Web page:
All eyes on Brazil



A year of mass protests and police brutality

Last year, Brazil saw mass protests of a scale never before seen in the country.

In May 2013, Brazilians took to the streets, initially to rally against rises in transport fares. The focus of the demonstrations quickly widened from outrage at transport fare hikes to include dissatisfaction with inadequate public services, including healthcare and education, as well as government corruption and forced eviction of communities in preparation for the World Cup.

What started as small demonstrations in a number of cities gathered in scale, and as many as 300,000 people took to the streets of Rio de Janeiro during May and June.

Key problems with policing

As protests gathered momentum, it became clear that police and security forces were not equipped to deal with demonstrations of this scale. In many cases they reacted violently and in violation of international regulations.

No training

Police and security forces were ill-equipped to deal with large-scale demonstrations. Research this year found that over 60% of the Brazilian police force felt that they had not received adequate training for work of this kind.

Illegal use of weapons

Police used excessive force to control protests – including tear gas and rubber bullets.In doing so, they injured many civilians attending protests.

  • A photographer covering the protests in São Paulo on 13 June 2013 lost his eye after being shot by police with rubber bullets. He lost his eye.
  • A municipal street cleaner in Belem, Pará state, died on 21 June 2013 after police allegedly sprayed tear gas inside a place where she and other people were sheltering during a protest the day before.

Mass detentions

Hundreds of protesters were arrested during the 2013 protests. Some were immediately released and others were detained and charged – many of them for offenses of contempt, resistance, conspiracy to gather or assemble, and for causing damage to property.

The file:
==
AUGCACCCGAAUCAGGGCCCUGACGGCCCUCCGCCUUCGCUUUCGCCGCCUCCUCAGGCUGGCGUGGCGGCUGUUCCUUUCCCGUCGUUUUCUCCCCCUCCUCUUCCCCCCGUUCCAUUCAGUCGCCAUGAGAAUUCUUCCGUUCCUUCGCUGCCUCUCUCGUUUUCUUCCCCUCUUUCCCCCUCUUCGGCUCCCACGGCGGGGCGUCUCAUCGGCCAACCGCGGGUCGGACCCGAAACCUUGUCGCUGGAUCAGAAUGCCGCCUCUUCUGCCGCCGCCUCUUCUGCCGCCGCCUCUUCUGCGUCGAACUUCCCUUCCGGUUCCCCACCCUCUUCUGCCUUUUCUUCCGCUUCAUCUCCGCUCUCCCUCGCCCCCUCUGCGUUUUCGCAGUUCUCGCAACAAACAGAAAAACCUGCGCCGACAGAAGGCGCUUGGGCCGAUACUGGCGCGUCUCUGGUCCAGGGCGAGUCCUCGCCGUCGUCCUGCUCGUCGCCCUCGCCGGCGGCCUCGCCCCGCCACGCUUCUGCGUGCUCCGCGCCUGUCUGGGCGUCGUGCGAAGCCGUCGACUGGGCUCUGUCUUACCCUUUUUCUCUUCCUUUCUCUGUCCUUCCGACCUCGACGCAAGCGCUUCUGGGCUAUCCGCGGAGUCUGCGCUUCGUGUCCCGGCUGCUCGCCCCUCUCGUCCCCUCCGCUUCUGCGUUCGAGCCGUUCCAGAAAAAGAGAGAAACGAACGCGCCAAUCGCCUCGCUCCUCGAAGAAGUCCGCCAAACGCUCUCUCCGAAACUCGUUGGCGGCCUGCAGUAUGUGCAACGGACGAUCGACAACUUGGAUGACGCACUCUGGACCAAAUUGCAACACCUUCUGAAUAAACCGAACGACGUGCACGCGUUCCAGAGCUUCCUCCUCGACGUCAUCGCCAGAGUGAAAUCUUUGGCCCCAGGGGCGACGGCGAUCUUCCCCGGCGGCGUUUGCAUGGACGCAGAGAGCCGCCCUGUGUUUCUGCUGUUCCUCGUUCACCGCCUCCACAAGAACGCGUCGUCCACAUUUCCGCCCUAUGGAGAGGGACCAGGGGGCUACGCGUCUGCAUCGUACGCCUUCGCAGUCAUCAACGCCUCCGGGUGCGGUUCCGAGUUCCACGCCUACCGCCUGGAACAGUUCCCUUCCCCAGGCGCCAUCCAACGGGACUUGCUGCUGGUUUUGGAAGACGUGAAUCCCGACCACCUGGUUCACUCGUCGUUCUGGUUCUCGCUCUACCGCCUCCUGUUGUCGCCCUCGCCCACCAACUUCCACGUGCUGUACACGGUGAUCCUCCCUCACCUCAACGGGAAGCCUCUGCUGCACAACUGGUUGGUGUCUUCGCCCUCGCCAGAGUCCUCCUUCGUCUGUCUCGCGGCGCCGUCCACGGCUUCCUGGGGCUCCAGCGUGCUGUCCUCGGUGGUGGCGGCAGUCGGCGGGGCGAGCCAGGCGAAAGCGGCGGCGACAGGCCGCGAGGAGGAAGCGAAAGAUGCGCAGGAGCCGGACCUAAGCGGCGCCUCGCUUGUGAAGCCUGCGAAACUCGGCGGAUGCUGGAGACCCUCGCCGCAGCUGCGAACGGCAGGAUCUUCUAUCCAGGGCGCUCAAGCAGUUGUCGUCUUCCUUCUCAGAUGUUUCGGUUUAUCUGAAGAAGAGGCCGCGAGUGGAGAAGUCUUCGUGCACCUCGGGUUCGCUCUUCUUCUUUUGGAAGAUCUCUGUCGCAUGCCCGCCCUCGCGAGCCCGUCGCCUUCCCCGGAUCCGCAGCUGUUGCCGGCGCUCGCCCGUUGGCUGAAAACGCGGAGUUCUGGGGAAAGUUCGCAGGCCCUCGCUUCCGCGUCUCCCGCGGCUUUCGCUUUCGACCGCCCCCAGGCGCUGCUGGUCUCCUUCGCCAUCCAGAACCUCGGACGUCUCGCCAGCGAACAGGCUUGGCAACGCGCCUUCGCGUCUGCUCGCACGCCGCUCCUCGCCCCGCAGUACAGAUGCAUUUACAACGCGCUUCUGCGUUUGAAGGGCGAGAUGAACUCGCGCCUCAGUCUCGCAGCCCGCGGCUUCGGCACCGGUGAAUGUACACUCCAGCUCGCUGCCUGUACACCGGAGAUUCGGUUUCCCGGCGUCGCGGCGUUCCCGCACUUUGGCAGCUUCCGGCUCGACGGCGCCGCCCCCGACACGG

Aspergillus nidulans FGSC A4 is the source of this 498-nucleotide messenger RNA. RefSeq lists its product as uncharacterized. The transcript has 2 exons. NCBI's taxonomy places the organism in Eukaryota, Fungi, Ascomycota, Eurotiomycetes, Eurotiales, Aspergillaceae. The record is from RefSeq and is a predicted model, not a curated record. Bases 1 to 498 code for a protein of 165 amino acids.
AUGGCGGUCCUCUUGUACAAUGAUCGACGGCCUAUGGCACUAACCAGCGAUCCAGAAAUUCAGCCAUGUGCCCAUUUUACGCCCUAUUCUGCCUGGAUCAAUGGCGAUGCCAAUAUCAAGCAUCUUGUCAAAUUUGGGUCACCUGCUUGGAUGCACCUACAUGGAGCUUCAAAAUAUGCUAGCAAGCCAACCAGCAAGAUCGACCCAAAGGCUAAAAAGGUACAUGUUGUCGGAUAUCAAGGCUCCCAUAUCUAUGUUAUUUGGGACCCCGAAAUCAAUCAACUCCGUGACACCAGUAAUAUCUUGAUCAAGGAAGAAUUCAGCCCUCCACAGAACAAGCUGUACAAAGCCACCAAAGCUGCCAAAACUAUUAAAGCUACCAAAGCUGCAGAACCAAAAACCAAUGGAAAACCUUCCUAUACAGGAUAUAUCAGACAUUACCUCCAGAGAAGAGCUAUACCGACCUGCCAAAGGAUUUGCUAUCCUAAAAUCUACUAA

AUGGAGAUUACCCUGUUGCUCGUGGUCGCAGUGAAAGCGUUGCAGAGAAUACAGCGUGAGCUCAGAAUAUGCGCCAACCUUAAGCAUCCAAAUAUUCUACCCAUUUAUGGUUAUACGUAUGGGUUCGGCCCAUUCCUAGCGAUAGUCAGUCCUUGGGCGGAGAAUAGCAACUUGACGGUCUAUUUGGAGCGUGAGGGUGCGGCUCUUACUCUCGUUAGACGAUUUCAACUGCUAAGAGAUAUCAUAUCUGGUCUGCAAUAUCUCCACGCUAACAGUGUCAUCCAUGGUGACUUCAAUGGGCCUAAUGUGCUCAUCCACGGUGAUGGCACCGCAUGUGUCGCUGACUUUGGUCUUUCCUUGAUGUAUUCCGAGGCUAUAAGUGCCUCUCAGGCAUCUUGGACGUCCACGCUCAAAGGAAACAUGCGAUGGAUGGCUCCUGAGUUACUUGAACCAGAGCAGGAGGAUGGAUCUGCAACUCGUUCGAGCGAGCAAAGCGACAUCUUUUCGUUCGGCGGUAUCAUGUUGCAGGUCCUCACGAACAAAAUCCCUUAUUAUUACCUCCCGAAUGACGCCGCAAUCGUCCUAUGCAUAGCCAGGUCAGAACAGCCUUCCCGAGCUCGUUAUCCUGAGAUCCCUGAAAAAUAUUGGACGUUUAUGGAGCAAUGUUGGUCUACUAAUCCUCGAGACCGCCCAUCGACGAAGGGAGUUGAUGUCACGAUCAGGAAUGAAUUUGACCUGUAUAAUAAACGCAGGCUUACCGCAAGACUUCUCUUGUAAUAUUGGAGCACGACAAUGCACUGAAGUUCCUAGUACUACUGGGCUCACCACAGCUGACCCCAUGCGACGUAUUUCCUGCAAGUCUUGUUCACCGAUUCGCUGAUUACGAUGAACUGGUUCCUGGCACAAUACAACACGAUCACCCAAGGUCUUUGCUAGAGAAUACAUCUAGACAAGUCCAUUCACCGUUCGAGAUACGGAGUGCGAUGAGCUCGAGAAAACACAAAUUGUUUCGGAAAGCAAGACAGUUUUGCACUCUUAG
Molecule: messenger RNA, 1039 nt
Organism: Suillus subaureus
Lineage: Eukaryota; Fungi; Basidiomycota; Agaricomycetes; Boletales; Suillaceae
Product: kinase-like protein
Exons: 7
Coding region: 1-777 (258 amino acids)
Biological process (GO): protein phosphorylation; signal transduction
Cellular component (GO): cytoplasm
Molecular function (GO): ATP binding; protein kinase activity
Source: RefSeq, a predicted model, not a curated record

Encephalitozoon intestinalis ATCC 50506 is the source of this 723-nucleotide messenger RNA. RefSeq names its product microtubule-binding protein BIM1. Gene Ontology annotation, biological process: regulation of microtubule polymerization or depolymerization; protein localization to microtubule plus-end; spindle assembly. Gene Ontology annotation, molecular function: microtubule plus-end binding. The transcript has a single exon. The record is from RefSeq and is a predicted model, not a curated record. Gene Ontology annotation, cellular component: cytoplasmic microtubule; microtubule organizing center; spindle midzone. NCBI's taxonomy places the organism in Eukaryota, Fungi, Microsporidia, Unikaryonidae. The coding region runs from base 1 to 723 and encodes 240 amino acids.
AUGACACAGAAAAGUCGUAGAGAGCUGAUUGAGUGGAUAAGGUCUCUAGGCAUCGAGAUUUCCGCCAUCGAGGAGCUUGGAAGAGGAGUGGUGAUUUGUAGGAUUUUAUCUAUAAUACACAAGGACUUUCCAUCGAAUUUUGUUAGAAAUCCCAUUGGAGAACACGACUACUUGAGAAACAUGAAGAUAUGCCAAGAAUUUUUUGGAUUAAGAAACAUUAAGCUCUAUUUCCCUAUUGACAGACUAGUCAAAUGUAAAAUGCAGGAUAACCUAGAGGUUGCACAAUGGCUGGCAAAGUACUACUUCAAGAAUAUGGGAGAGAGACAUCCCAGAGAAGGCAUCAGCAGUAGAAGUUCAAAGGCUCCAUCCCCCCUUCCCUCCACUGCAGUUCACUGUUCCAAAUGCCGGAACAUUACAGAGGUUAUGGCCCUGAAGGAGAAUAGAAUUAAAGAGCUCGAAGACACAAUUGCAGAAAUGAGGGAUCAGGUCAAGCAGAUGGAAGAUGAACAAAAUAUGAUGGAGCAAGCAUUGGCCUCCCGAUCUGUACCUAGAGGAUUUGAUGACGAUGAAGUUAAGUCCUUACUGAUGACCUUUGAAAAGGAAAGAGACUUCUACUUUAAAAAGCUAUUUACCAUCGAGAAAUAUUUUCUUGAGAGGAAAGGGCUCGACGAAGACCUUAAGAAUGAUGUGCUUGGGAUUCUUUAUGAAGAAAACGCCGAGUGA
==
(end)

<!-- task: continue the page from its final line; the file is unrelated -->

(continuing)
Lawyers for some of the detainees in São Paulo and Rio de Janeiro told us that police prevented them from accessing the detainees on multiple occasions. Police prevented some detained protesters from contacting a lawyer or a family member for several hours after their arrest.

Not held to account

In São Paulo alone, Police Internal Affairs opened 21 internal processes to investigate allegations of violations by the police during protests between June 2013 and January 2014. It is reported that, so far, none of these investigations have been concluded and no police officers have been subjected to disciplinary or criminal proceedings or received any penalties.

Now protesting may become a criminal offence

The Brazilian government is one step away from passing a new ‘terrorism’ Bill ahead of the tournament in June. If passed, it could see any civilian attending a protest – regardless of whether they have committed a crime or not – imprisoned for peacefully demonstrating.

Law 449/2013 plans to make ‘disorder’ a crime, with the aim of addressing threats of terrorism. But ‘disorder’ is vaguely worded in the Bill – if passed in its current form, innocent civilians could be locked up simply for expressing their right to free speech and freedom of assembly. The Brazilian government appears to be rushing through this legislation before the World Cup starts in June, potentially in order to curb protests at the time of the tournament.

Protesting is not a crime, it’s a human right. Instead of crushing potential protests, Brazilian authorities should instead be looking for ways to responsibly police demonstrations and allow citizens to peacefully protest without fear of arrest.